His eyes lit up and he scrambled excitedly to his feet.

–Do you mean it? You–ll really bring her here?”

I smiled. "I said I’d see what I could do. Now go and have your tea.”

It was two weeks before I was able to arrange it. His mother was hard to get hold of “she worked during the day and spent most evenings in the local club. Eventually, however, I managed to track her down. At first she was not too keen. Apparently she relished her new-found freedom, a life suddenly uncluttered by an adolescent boy. And, of course, she was bitter.

“What for?” she said when I asked her if she would come.

–You bastards took him into care, now you look after him.”

In the end, after I had promised to pay her fare, she agreed to visit next Saturday afternoon. Jamie was ecstatic when I told him. He literally danced down the corridor, hands and arms waving in the air.

“She’s coming,” he shrieked. “She’s coming!”

I only hoped he would not be disappointed.

*     *     *

Saturday was oppressive and sultry with grey-black clouds massing in the West like a frightful portent of disaster. Jamie was unconcerned about the weather “heat wave or typhoon, he wouldn’t have cared.

“What’s his mother like?” asked Bob as we sat in the staff room over morning break.

–I’ve only spoken to her on the “phone,” I replied. “That was bloody awful. She wouldn’t come unless I agreed to pay her fare. I know he’s caused her problems but, hell, he is her kid. I don’t know what Jamie expects but I’ve got a feeling she’s not going to match up.”

I wiped the sweat from my forehead and leaned back in my chair. The heat was stifling, almost unbearable in the tiny room.

–I’d better get ready for another trip onto the roof, then,” said Bob, flexing his arm muscles.

He smiled but behind the smile there was no humour.

From 1 o–clock onwards Jamie sat in the front hall, nose close up to the windows, eyes misty and vulnerable.

“She’s late!” he half cried as I passed through the hall on my way back from lunch. “She should have been here ten minutes ago.”

–Give her time,” I said. “It’s a long walk from the station.”

I knew Mrs. Pritchard had finally arrived when, five minutes later, I caught sight of Jamie bounding like a demented rabbit down the road. He had seen his mother rounding the corner of the lower drive and was on his way to meet her.

A quarter of an hour later he brought her to see me.

“This is my mum,” he smiled, face beaming, eyes big as marbles in his head.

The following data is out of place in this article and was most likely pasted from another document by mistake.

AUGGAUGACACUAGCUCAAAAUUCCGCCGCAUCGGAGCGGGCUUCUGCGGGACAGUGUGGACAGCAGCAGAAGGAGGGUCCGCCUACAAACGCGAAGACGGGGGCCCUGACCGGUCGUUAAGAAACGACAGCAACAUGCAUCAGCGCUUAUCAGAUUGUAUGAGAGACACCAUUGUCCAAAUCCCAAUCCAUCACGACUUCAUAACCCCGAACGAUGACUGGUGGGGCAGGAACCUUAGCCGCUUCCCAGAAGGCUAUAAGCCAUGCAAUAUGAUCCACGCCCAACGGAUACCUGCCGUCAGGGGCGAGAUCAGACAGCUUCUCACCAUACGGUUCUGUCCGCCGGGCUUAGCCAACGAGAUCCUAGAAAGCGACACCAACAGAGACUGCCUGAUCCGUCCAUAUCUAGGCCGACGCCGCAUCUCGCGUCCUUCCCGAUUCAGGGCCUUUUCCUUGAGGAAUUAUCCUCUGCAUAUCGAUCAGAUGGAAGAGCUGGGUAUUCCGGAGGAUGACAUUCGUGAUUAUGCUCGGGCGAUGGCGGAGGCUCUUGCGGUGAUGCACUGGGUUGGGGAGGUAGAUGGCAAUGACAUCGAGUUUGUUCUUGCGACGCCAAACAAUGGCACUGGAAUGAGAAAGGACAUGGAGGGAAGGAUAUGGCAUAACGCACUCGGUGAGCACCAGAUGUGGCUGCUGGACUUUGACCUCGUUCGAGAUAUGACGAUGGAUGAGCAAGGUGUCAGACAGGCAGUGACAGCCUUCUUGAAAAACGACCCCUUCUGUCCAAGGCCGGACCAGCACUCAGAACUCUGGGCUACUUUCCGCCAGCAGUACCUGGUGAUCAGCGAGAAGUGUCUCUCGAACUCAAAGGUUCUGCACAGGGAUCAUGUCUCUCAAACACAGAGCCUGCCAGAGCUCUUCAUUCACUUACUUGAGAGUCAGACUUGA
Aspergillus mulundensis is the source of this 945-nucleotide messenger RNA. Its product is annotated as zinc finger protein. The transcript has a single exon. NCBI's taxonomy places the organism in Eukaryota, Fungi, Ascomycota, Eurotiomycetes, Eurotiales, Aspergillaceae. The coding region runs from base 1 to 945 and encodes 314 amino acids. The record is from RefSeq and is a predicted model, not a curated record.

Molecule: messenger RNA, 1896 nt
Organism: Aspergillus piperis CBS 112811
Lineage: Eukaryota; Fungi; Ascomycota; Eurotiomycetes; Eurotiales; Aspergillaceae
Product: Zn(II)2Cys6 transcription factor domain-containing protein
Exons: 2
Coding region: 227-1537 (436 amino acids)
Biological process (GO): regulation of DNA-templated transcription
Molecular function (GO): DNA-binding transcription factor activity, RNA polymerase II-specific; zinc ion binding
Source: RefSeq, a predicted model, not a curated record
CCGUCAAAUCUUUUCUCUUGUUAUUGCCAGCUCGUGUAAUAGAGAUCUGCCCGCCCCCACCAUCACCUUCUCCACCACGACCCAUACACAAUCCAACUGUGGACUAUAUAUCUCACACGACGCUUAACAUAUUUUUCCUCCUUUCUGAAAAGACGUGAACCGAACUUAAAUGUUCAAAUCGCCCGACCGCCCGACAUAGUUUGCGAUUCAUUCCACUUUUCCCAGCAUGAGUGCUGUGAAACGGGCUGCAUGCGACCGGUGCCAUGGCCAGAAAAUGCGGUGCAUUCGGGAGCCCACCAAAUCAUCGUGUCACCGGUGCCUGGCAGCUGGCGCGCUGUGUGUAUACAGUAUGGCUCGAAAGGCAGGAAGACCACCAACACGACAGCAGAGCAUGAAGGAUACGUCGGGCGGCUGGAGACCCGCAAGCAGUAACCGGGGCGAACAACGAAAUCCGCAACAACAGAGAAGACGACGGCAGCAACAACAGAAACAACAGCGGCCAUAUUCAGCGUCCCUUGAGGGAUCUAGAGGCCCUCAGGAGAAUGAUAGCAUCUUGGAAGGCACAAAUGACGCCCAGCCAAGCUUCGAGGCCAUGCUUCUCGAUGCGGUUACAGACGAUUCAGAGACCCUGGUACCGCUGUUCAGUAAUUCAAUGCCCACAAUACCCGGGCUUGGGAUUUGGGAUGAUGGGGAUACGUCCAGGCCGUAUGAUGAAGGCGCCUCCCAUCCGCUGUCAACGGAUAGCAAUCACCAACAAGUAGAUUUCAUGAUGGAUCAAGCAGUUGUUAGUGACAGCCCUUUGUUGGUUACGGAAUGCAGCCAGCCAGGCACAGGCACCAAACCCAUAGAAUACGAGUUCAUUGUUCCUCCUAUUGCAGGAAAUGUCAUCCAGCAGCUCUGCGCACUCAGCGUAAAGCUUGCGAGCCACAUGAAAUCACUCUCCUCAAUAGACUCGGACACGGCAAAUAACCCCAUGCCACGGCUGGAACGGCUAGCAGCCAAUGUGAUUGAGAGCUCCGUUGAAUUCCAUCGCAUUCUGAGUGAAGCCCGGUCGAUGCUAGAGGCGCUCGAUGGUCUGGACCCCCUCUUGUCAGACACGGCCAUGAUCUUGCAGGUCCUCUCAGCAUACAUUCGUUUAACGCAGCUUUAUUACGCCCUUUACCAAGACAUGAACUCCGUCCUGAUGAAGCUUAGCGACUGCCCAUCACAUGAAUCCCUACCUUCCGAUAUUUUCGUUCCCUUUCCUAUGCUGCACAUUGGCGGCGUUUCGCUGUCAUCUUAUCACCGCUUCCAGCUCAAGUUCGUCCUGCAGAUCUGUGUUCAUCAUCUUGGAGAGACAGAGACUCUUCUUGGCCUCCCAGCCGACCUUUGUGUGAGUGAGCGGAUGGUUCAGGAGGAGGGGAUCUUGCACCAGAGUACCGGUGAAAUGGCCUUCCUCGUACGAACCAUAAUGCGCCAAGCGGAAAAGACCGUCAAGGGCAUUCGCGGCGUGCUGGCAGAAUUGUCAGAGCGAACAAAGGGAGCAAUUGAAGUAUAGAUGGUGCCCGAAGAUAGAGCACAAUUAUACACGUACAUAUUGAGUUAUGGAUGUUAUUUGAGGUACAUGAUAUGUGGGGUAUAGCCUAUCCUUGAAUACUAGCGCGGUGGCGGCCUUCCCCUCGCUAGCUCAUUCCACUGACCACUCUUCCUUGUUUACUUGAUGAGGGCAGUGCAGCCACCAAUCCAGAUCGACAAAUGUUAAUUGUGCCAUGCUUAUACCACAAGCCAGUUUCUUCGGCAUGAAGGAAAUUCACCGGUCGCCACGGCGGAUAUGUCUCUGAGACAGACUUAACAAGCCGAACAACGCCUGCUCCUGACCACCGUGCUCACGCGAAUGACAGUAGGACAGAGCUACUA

We shook hands, coldly. She was a tall woman, scrawny with a well beaten look about her. Her face was thin and gaunt with lines of pressure engrained across her forehead and around the eyes. A hard face, I thought, one which matched the voice.

“What about my money?” she asked.

We went to my office and I paid her out of petty cash. The whole time Jamie hung around his mother’s heel like a whipped and beaten dog, desperate for a pat or a kind word.

“Would you like to stay for tea?” I asked.

She sniffed and smoothed down her skirt. “Can’t. I’m working tonight, behind the bar in the club. I–ll have to be away in half an hour.”

She motioned with her hand and the ash from her cigarette crumbled to the floor. It lay there on the carpet like an accusation.

For five long seconds she sat there, staring at it.

–He’ll have had enough of me by then, anyway,” she finally said.

Half heartedly she pushed Jamie towards a chair.

“Sit down, there’s a good boy. Can’t stand you leaning over me the whole bloody time.”

Jamie’s face fell slightly but he sat obediently in the chair. After a few moments I left them alone. I was glad to be out of it. The whole atmosphere was overpowering, strained.

I sat on the balcony wall in front of the main house and watched the dark thunder clouds massing. Pretty soon now, I thought, there would be a storm. We needed it to clear the air.

The front door opened and Bob and Brian came out. They joined me on the wall.

–I guess that was Mrs. Pritchard?” commented Brian, motioning towards the main house.

I nodded.

–Yes, that’s her. No bloody wonder the kid's got problems.”

We sat and talked for a few minutes. Two distinct peals of thunder rang out, close and threatening, and the first few drops of rain began to fall. We retreated to the front hall and ran straight into Mrs. Pritchard and Jamie.

–I’m just off,” she said. “Don’t want to be caught in the rain.”

Too late,” remarked Brian, turning towards the window. “It’s already started.”

She followed his gaze, her face more elongated and hard than ever. She seemed bored. Casually she placed a cigarette in her mouth.

“Can’t anyone give me a lift?” she asked, eventually.

Bob agreed to take her to the station in the van. Her goodbye to Jamie consisted of a quick pass of her lips over the top of his head. Then she was gone.

Jamie was in tears, his small face screwed and twisted into a dozen different masks. Now for it, I thought.

“Thanks, Phil,” he said suddenly. “Thanks for getting her here.”

I was amazed. It was hardly the reaction I had expected. Brian and I exchanged quick glances.

“She couldn’t stay,” Jamie explained, wiping away the tears with the back of his hand. “She’s got to go to work, see.”

He moved slowly towards the door which led to the boys” sitting room, towards the regular Saturday afternoon ritual of television and pocket money. Possibly towards some type of acceptance from his peers.

“She said she might come again in a few weeks. I’m lucky really “lots of kids haven’t got anyone.

Slowly his face dissolved into a smile.
–I–ll be O.K. now. I was just upset to see her go. I’m better now. I–ll write to her tonight.”

I was speechless. What in the name of God had that cold and distant twenty minutes given to the kid? Brian gazed at me and saw the confusion on my face.

–I suppose,” he said, “it only goes to show you just can’t replace parents. No matter how bad, in the end blood is thicker than water. No way round it!”

Basically, he was right. No matter what the woman had done to him, no matter how many times she rejected him, Jamie would still want her.

And who’s to say that he was wrong?